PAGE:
Wednesday, Sept. 5, 2018 | 2 a.m.
The Boston-born, R&B “boy band” New Edition soldiered on after the charismatic Bobby Brown left the group in 1985 to pursue a solo career. Both acts went on to release hit records, and then a trio of New Edition members — Ricky Bell, Michael Bivins and Ronnie DeVoe — broke out and formed their own group, BBD, with their own sound in 1990, striking gold with classic R&B hip-hop hit “Poison.”
Eventually New Edition reunited for more music and concerts, joining Brown, Bell, Bivins and DeVoe with original lead singer Ralph Tresvant and Brown’s replacement, Johnny Gill. The story of the group was told in BET’s TV miniseries “The New Edition Story” last year, which earned terrific ratings and sparked a surge in the group’s popularity.
Those breakout stars have joined forces for a summer mini-tour under the new banner of RBRM: Ronnie, Bobby, Ricky and Mike. If you’re not a New Edition fan from back in the day you may not recognize those four names in that order mimic a well-known lyric from 1984 bubblegum pop single “Cool It Now.” If you are a fan, you’ll be at the Red Rock Resort Friday night to catch this crew singing all their hits.
“I think we’re having fun performing each other’s music. It’s a very organic, family feel,” says Bivins, always known as the most business-minded of the bunch. RBRM is not Bobby Brown singing his songs and Bell Biv DeVoe singing theirs. “It’s all intertwined. It’s a great night of moving between each other’s music, all those high-energy records people have grown to love. We keep it coming at you.”
Here’s the rest of my conversation with Bivins, also a noted producer who famously discovered and helped manage Boyz II Men early in that group’s career.
There’s been a lot of talk of another New Edition reunion tour since the BET series. Is that something that could happen soon?
It’s always possible. It’s just scheduling. As soon as we can lock that in and serve the fans of New Edition, we will, but this is going to keep the blood flowing. That never stops. We’re just doing what we always do. We all work all year long and then New Edition has its moments when it comes together.
How different is the experience performing as RBRM, with BBD and Bobby Brown together, from a full-on reunion?
It’s great because we are also fans of each other’s music. That’s our thing, to stay together as a family and be supportive of each other. We’re always there for each other. When you look to your left and to your right and know your man is right there and he knows your energy and he’s matching it up, that’s just instinct that comes from years of friendship and being onstage together.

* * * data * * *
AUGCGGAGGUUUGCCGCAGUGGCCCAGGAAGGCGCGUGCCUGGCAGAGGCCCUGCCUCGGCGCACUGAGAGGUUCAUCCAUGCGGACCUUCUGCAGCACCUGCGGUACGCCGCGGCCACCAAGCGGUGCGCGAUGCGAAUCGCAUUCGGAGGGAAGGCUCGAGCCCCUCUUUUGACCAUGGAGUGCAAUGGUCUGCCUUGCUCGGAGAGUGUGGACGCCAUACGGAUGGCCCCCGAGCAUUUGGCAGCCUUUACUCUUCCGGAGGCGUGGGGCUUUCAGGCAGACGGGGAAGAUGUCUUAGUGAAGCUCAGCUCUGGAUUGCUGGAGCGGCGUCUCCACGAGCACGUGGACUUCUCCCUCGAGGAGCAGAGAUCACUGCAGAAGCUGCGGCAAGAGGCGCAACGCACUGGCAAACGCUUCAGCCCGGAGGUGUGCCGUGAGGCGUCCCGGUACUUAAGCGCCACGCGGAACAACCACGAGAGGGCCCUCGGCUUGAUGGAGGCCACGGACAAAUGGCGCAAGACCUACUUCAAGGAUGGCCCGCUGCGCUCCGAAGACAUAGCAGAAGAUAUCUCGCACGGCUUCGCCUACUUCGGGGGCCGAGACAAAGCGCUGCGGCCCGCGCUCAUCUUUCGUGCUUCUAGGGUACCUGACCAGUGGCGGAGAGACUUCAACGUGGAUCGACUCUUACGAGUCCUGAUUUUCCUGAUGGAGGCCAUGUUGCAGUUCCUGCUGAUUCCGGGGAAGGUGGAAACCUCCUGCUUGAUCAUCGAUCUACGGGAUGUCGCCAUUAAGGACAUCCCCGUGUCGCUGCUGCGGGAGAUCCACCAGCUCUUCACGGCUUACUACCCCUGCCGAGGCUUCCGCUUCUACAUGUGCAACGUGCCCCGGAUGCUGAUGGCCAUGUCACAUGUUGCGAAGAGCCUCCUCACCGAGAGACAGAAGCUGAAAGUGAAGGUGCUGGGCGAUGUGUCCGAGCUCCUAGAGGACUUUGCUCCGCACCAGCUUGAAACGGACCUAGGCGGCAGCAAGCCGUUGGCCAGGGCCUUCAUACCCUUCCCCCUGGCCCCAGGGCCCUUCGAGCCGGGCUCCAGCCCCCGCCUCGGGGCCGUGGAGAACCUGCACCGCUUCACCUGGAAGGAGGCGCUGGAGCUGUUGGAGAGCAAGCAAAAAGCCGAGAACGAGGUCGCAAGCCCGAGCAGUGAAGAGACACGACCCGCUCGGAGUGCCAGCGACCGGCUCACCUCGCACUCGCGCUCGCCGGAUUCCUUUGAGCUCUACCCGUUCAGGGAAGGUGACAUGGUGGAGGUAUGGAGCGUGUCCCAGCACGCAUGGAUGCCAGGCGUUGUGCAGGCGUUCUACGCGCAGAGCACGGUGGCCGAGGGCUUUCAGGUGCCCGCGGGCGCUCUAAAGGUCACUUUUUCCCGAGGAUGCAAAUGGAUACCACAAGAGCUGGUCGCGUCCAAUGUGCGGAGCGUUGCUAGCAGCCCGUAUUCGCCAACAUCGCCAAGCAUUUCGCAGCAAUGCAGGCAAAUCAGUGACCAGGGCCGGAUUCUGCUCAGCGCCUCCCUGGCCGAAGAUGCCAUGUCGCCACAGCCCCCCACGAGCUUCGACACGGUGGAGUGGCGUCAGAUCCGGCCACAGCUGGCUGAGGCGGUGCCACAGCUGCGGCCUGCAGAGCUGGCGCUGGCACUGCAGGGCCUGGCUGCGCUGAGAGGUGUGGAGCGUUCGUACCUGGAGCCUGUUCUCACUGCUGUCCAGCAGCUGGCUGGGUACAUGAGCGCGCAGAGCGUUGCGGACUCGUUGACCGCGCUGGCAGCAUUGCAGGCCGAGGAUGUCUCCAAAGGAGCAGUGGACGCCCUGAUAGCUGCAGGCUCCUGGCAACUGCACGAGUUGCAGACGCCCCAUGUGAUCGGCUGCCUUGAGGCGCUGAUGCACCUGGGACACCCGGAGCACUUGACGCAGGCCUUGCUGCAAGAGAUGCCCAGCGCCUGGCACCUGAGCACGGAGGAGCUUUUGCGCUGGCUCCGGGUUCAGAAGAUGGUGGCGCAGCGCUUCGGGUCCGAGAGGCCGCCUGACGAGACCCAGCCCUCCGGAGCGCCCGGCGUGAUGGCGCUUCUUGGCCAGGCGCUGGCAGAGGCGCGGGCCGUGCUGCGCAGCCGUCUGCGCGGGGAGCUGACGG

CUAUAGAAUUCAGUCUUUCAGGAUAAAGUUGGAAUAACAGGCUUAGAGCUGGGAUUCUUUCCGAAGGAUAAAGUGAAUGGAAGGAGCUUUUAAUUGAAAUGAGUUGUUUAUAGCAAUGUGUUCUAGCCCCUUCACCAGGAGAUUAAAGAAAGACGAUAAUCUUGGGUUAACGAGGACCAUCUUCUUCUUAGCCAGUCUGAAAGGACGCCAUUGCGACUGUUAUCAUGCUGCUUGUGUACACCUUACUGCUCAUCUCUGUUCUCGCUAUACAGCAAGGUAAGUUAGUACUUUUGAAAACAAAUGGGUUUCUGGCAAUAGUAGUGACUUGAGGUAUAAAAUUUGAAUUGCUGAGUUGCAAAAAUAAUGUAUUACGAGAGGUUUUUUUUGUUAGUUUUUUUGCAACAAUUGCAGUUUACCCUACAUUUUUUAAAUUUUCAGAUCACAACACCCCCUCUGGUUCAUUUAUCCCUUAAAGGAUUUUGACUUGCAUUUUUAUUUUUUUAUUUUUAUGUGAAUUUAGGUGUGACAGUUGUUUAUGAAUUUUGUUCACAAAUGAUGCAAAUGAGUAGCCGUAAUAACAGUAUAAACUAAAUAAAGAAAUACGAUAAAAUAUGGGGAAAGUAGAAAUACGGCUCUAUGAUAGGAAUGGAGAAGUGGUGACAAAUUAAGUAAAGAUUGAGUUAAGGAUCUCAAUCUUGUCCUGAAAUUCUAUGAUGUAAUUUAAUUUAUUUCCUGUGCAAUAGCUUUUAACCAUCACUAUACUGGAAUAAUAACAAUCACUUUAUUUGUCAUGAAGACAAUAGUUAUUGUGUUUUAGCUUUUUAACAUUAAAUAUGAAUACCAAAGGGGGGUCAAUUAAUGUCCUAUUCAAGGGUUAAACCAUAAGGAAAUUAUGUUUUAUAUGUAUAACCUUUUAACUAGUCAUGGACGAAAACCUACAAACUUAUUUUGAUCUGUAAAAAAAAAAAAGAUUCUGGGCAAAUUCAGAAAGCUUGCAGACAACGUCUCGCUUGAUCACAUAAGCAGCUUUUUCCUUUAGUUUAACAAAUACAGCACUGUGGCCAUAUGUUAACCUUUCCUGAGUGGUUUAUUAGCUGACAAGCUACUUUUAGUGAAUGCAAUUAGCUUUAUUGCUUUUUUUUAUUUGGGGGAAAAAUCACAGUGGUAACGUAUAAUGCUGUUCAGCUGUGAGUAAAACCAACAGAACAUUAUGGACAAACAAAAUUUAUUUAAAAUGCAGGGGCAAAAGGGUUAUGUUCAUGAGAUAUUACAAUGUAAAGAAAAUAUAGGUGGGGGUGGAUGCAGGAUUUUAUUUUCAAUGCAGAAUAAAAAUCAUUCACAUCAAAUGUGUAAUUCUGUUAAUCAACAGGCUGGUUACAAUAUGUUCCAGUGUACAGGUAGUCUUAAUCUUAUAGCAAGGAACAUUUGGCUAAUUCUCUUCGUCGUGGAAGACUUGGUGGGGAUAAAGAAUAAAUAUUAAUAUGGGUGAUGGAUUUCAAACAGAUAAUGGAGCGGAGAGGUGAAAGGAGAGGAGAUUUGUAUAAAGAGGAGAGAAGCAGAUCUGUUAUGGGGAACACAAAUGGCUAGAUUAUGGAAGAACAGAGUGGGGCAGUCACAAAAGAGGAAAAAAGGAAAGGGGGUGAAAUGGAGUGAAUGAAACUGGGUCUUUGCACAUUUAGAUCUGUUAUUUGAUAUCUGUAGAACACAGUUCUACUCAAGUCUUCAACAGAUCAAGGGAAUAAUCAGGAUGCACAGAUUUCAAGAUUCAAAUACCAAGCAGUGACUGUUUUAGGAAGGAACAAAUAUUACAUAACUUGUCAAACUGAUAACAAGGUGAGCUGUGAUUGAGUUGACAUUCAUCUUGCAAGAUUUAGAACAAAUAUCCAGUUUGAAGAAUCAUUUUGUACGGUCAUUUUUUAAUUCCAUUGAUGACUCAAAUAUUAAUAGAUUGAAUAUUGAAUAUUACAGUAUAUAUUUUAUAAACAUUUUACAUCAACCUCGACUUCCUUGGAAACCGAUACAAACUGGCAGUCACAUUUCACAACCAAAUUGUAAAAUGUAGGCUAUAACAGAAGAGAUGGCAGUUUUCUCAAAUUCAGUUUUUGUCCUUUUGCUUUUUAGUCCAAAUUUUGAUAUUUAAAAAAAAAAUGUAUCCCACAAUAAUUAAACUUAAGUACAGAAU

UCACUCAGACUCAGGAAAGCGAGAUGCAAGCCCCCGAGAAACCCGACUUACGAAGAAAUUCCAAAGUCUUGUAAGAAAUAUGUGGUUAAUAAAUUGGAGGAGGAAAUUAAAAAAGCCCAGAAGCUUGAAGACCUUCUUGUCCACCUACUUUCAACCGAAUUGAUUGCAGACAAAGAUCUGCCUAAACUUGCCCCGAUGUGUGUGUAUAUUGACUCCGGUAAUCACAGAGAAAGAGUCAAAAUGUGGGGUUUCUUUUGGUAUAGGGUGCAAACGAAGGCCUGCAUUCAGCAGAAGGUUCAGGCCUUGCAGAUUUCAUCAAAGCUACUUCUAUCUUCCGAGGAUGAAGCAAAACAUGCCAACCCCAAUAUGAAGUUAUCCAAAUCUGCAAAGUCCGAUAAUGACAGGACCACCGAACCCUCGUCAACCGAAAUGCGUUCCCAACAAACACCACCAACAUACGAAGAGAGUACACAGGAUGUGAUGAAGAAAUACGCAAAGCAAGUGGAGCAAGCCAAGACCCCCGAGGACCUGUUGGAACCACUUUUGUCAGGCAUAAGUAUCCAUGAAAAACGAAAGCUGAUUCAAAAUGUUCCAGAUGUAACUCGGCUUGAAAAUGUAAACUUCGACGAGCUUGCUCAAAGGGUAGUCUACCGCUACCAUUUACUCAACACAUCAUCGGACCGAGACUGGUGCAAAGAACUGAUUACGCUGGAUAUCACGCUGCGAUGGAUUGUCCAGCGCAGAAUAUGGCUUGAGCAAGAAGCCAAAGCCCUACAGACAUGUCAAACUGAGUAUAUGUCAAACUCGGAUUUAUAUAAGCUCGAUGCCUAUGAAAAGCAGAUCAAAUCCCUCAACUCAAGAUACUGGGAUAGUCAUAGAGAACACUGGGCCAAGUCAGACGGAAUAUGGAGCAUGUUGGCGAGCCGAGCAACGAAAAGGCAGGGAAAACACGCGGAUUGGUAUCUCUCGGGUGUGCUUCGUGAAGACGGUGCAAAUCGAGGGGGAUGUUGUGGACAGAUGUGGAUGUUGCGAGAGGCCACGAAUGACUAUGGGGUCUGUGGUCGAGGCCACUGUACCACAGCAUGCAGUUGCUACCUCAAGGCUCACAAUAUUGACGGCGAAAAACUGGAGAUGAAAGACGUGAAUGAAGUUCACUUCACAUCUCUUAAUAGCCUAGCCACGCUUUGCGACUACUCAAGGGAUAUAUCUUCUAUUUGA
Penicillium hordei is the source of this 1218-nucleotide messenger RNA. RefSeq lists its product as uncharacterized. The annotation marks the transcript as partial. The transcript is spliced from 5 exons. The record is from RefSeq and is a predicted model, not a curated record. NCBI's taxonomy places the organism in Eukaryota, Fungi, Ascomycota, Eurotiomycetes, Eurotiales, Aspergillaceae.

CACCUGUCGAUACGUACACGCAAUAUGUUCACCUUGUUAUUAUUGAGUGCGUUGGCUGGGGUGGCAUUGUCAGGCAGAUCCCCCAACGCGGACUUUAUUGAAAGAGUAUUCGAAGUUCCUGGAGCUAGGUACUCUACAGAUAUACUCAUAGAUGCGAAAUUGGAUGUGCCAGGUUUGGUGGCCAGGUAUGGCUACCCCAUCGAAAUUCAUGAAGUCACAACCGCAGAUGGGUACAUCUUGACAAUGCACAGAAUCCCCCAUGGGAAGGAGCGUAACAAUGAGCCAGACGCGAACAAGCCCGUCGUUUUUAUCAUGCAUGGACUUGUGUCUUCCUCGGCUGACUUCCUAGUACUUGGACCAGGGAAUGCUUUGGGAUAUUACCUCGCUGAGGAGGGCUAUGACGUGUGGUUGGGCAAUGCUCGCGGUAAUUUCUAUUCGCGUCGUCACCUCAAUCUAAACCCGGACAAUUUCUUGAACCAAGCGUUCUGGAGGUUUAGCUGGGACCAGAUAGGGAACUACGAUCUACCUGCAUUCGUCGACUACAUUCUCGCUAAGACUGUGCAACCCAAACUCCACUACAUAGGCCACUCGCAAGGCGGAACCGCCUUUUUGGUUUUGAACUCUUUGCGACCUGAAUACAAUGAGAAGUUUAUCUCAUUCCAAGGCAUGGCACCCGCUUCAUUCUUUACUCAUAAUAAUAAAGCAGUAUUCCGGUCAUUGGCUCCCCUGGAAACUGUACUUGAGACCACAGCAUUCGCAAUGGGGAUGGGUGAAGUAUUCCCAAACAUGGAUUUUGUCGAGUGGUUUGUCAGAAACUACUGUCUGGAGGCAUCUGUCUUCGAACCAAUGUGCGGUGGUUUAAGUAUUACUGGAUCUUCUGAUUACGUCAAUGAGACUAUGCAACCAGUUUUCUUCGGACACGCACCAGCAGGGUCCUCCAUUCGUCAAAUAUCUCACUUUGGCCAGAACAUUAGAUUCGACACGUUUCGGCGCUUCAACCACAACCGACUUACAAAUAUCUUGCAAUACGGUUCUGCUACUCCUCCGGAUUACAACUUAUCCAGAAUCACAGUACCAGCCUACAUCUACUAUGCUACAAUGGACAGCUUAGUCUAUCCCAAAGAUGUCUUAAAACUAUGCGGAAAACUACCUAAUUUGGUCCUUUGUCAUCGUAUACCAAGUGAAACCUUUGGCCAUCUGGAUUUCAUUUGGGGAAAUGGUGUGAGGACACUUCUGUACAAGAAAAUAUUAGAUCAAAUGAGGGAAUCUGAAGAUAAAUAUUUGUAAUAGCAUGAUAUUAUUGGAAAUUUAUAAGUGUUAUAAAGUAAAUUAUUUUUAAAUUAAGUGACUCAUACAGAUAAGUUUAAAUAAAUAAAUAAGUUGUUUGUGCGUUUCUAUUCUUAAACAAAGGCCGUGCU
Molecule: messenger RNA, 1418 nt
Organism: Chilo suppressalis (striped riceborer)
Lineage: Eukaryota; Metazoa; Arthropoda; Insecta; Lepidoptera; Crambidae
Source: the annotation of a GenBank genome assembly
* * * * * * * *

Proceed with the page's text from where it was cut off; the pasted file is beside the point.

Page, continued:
A lot of people loved the TV mini-series because it really gave New Edition its due by showing how much great music came out of that group. Was that response gratifying?
BET did a hell of a job and it says a lot about them and that channel. There were a lot of people that weren’t really in support of the show when it was coming because they didn’t know what to expect. There’s always a buzz in the community that black movies don’t always look that great, aren’t shot as well or acted as great. And then “Straight Outta Compton” really raised the bar. That was the most powerful movie at a time when we needed to restore the [belief] that we make great movies and music as artists.
Our [TV movie] was such a family vibe and really an introduction to a new audience about what makes [New Edition] special. Those early songs are timeless, and now there are kids that [know them] whose parents and uncles fell in love with us back then. That was music that you didn’t have to put your hands over the kid’s ears. So that movie really took on a different life because it was not only our story but also a chance to say to black kids, “You could be that,” and for them to say, “I want to be that.” And it was a rare thing where you could have your child, your grandma, your neighbor all sitting in the living room watching a movie together.
You were a producer on the project. What do you think should have or could have been better represented in the movie?
I wish it could have shown more about the six members of the group, the parts everyone plays. I wish I could have seen more of myself and basketball. That was one part of my scenes that was sacrificed. For me, it was really a trade-off of my first love [basketball] for music and business. I would have liked one good, nice streetball scene to show people I fell in love with the game first. But there are so many working parts to a movie like that. It is surreal anytime someone does your story and so many times the artist is not around to see it or has no control.
Have you been approached about a Bell Biv DeVoe or a New Edition residency type of show in Las Vegas?
I think that would be a great piece, a great chapter to the story, when everyone happens to be ready for it. I have family and friends in Las Vegas and on the Strip. New Edition is already on the Strip with Boyz II Men. They were groomed like us and they have the blueprint, and you see the effect it has because they keep getting renewed. BBD or New Edition would be a perfect next step and Vegas has always been good to us. But on September 7 we are coming through to tear it down. We are ready for all the energy in that city. Even if you’ve seen us a thousand times, you’ve never seen us like this.
RBRM performs at 7 p.m. on Friday, September 7 poolside at the Sandbar stage at the Red Rock Resort (11011 W. Charleston Blvd., 702-797-7777) and more information can be found at stationcasinoslive.com.